'RHOSLC's Jen Shah Asks Judge to Dismiss Telemarketing Scheme Case
Real Housewives of Salt Lake City star Jen Shah filed a motion on Monday to dismiss the federal charges of conspiracy to commit wire fraud and money laundering against her that she pleaded not guilty to in April. In court documents obtained by ET, Shah is asking for the indictment against her to be dismissed due to “legal and factual insufficiency” and suppression of evidence.
Shah was arrested in March for her alleged involvement in an alleged long-running telemarketing scam. Her assistant, Stuart Smith, who has appeared on RHOSLC with Shah, was also indicted for the alleged scheme and arrested and has pleaded not guilty.
In the new court documents, 47-year-old Shah talks about the day she was arrested in Salt Lake City on her way to shoot RHOSLC. Shah says she got a call from an unknown caller on March 30 telling her to head home. She says she then got a call from Detective Christopher Bastos from the NYPD, and thought it was related to a protection order she got from a man whom she claims assaulted her in 2017 and was convicted in New York of multiple felonies for crimes against her. Shah claims the detective told her to pull over without telling her why he was calling, and she was then placed in handcuffs and told they had a warrant for her arrest.
“I was at this point very confused and emotionally off-balanced from the strange series of events, and thought I might have been the victim of false identification,” the court documents read.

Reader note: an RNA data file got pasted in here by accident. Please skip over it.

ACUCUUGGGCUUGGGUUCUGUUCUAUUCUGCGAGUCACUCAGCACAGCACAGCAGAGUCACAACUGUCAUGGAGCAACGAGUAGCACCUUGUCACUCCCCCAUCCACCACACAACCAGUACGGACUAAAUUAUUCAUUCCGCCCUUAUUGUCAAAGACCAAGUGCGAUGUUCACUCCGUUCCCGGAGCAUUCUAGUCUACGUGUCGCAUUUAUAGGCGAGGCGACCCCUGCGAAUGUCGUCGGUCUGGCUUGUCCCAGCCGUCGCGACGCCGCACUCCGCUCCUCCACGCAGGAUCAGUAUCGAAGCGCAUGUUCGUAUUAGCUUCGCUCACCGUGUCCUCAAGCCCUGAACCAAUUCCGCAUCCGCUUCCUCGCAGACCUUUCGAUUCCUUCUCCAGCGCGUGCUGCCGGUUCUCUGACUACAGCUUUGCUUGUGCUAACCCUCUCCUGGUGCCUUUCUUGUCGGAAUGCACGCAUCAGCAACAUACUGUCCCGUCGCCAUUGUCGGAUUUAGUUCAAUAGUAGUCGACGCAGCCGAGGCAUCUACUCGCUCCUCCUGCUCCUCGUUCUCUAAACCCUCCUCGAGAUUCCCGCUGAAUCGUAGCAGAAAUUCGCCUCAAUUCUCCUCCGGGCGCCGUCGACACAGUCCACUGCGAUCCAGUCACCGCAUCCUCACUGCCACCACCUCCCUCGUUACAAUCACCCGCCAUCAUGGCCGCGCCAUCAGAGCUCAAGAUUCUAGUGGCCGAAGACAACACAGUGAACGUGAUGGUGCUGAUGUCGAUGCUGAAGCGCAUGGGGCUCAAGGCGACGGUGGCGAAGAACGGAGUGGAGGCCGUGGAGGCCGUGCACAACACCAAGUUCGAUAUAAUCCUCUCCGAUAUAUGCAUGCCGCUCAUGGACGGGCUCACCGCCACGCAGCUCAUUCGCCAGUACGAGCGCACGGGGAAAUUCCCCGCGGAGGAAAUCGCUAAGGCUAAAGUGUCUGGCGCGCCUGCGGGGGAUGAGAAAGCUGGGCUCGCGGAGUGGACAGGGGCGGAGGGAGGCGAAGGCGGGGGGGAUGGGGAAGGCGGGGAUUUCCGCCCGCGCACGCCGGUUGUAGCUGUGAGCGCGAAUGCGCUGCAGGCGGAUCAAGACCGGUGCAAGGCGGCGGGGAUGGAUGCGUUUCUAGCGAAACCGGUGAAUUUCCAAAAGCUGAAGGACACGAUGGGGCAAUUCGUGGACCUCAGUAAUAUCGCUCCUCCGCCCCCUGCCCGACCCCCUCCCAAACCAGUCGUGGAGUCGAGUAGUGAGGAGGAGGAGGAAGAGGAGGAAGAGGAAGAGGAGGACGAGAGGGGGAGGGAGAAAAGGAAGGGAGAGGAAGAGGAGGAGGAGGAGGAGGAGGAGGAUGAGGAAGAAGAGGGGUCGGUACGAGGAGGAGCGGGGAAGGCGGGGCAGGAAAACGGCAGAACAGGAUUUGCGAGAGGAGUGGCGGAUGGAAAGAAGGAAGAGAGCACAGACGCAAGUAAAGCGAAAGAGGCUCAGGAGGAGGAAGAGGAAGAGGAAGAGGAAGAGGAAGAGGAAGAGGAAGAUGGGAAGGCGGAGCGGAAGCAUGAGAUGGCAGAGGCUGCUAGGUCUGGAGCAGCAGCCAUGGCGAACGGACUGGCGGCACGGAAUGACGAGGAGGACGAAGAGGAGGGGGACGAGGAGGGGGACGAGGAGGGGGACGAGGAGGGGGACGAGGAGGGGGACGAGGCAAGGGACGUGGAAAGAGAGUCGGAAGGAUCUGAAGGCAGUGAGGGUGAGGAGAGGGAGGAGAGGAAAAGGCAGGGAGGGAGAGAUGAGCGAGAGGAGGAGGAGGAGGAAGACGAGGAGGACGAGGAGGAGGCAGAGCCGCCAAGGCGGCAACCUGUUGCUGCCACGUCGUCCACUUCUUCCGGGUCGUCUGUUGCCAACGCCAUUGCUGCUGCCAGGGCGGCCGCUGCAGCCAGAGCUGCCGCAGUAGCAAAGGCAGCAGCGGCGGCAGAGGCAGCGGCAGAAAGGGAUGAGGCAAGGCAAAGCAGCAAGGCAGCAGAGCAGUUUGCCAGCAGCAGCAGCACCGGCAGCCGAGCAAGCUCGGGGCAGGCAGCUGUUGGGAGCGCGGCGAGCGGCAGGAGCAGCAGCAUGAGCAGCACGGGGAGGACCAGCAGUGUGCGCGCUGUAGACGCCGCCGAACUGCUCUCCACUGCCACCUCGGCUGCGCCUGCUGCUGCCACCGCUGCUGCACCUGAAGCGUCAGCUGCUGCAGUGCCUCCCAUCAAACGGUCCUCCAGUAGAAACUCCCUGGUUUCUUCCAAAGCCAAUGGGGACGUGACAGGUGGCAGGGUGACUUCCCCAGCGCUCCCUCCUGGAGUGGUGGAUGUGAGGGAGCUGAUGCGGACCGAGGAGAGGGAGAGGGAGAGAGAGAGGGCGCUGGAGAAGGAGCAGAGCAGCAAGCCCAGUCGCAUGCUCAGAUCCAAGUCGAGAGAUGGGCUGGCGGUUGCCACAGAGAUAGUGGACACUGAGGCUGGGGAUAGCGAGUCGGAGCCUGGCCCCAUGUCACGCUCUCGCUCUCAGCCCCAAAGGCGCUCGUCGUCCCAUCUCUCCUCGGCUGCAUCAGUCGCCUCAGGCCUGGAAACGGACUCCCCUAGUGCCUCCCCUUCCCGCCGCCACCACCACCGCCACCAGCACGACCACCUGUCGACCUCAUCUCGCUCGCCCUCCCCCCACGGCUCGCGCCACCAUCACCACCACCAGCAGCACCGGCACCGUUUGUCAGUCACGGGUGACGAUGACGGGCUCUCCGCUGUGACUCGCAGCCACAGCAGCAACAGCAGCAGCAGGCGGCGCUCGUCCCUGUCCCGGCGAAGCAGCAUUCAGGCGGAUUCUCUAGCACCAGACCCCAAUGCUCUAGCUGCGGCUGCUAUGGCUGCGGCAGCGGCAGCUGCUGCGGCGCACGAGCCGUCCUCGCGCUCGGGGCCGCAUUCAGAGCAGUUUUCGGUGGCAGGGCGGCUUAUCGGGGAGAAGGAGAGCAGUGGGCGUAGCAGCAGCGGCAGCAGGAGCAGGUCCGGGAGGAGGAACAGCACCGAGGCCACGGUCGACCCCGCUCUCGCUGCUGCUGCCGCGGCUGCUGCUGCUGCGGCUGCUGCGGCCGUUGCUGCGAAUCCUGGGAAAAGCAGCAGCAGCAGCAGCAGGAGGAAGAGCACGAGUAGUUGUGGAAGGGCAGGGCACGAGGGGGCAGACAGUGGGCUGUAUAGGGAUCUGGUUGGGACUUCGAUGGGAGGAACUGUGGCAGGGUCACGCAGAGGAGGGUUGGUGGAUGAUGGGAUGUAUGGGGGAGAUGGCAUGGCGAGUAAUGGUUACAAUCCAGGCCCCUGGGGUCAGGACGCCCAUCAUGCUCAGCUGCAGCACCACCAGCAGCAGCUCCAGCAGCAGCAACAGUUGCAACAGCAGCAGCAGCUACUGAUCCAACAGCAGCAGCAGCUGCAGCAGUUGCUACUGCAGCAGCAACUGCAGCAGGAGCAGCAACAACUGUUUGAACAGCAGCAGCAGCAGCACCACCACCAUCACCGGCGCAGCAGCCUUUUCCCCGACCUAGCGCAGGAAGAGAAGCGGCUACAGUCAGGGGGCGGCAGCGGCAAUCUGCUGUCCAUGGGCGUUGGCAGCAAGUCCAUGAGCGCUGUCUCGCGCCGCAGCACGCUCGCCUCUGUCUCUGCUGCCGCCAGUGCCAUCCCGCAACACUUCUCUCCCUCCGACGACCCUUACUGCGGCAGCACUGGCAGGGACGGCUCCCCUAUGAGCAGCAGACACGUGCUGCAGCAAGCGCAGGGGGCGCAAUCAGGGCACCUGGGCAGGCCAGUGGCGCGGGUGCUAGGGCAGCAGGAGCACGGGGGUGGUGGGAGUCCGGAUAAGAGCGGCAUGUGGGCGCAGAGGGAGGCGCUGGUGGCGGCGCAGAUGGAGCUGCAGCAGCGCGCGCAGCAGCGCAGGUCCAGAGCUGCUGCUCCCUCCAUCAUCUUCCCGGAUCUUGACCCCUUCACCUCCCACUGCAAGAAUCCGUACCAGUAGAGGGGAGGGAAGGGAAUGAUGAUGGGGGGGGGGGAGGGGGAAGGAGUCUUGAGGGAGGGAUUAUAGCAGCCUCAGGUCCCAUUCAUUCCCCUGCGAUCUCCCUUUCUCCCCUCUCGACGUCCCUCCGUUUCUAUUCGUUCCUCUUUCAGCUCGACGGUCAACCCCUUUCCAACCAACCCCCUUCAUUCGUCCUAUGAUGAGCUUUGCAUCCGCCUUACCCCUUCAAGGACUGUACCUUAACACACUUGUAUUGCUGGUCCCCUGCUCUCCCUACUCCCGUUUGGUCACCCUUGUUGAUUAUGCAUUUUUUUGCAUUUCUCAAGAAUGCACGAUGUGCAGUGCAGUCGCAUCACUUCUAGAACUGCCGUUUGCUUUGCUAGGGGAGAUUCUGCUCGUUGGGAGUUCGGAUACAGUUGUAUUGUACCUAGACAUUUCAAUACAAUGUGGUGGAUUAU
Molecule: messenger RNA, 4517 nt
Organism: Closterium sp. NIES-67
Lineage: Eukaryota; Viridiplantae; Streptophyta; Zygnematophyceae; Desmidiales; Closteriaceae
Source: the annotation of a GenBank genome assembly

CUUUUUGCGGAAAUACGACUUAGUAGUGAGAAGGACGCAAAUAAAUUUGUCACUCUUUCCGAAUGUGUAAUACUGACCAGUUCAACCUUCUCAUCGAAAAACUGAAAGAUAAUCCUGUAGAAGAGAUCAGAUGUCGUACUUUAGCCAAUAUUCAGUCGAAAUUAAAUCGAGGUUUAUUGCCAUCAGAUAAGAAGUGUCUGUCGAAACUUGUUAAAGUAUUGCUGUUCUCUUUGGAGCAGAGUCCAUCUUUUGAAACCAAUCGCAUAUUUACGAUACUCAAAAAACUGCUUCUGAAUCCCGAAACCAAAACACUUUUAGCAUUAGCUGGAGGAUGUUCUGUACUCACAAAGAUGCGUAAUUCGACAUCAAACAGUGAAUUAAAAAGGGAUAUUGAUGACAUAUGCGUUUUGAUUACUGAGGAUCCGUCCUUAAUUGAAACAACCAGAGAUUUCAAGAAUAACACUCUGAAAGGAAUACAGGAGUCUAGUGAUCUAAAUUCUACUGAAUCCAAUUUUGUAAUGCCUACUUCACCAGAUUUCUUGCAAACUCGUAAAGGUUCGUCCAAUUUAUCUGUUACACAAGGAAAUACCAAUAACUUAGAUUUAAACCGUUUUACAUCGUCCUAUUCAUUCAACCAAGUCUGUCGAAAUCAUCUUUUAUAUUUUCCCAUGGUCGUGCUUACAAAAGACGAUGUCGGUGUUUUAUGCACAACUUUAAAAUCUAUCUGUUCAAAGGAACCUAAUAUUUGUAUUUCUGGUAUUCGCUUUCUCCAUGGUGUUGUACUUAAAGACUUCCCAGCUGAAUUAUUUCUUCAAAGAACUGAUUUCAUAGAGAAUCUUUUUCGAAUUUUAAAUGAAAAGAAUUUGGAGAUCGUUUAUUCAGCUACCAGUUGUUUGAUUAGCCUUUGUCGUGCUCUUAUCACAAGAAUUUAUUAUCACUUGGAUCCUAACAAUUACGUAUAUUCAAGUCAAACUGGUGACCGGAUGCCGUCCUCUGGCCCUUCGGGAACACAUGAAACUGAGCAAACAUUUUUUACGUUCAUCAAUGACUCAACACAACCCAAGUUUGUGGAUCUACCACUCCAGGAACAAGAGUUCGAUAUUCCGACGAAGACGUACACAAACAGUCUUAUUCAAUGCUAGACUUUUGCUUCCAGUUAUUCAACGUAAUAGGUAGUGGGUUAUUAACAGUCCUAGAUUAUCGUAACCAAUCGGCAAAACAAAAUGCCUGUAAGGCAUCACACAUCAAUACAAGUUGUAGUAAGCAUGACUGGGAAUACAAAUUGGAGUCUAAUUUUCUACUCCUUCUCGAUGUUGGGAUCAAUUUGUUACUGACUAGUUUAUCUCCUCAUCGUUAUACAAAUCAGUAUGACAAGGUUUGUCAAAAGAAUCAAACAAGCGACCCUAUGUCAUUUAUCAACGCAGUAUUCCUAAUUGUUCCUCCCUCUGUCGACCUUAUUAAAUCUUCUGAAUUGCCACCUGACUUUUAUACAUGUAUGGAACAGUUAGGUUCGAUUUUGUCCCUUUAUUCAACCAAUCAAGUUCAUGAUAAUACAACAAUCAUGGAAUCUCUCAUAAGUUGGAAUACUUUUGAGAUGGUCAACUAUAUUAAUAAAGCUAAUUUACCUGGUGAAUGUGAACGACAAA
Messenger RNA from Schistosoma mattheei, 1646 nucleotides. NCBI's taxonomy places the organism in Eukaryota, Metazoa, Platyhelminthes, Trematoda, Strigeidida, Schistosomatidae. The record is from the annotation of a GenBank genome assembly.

Shah claims she never got a clear answer on if she was being placed under arrest, and thought that she might be in danger and that the police might be there to help her. Later, she says that although the detective read her her Miranda rights and she signed a copy, she was unable to read the document because her contact lenses were dry and her vision was blurry.
“Even while being read my rights, I did not fully understand what was going on, and still thought that one explanation might be a potential misidentification,” the court documents read. “I was eager to find out what was going on, what Det. Bastos ‘just wanted to talk to’ me about, and why he ‘wanted to make sure [I was] OK.’ Because I was not getting questions to my answers, I believed that the only way I was going to get an answer was to sign the paper and waive my rights.”
Shah also claims she was never told that their entire conversation was being recorded.
“I did not know the purpose of the conversation or what, if anything, I was being charged with until close to the end of the 1-hour, 20-minute interrogation,” the court documents read.
The New York Police Department is alleging that Shah and Smith have “hundreds” of victims in an alleged scam that ran for at least nine years, starting in 2012 and going on until March. Manhattan U.S. Attorney Audrey Strauss said in a statement, “Jennifer Shah, who portrays herself as a wealthy and successful business person on ‘reality’ television, and Stuart Smith, who is portrayed as Shah’s ‘first assistant,’ allegedly generated and sold ‘lead lists’ of innocent individuals for other members of their scheme to repeatedly scam. In actual reality and as alleged, the so-called business opportunities pushed on the victims by Shah, Smith, and their co-conspirators were just fraudulent schemes, motivated by greed, to steal victims’ money. Now, these defendants face time in prison for their alleged crimes.”
A judge previously ruled that Shah must sign a $1 million personal recognizance bond secured by $250,000 in cash or property and have the signatures of two “financially responsible persons” for her continued release. She is to have no contact with any co-defendants, victims, or witnesses except in the presence of council.
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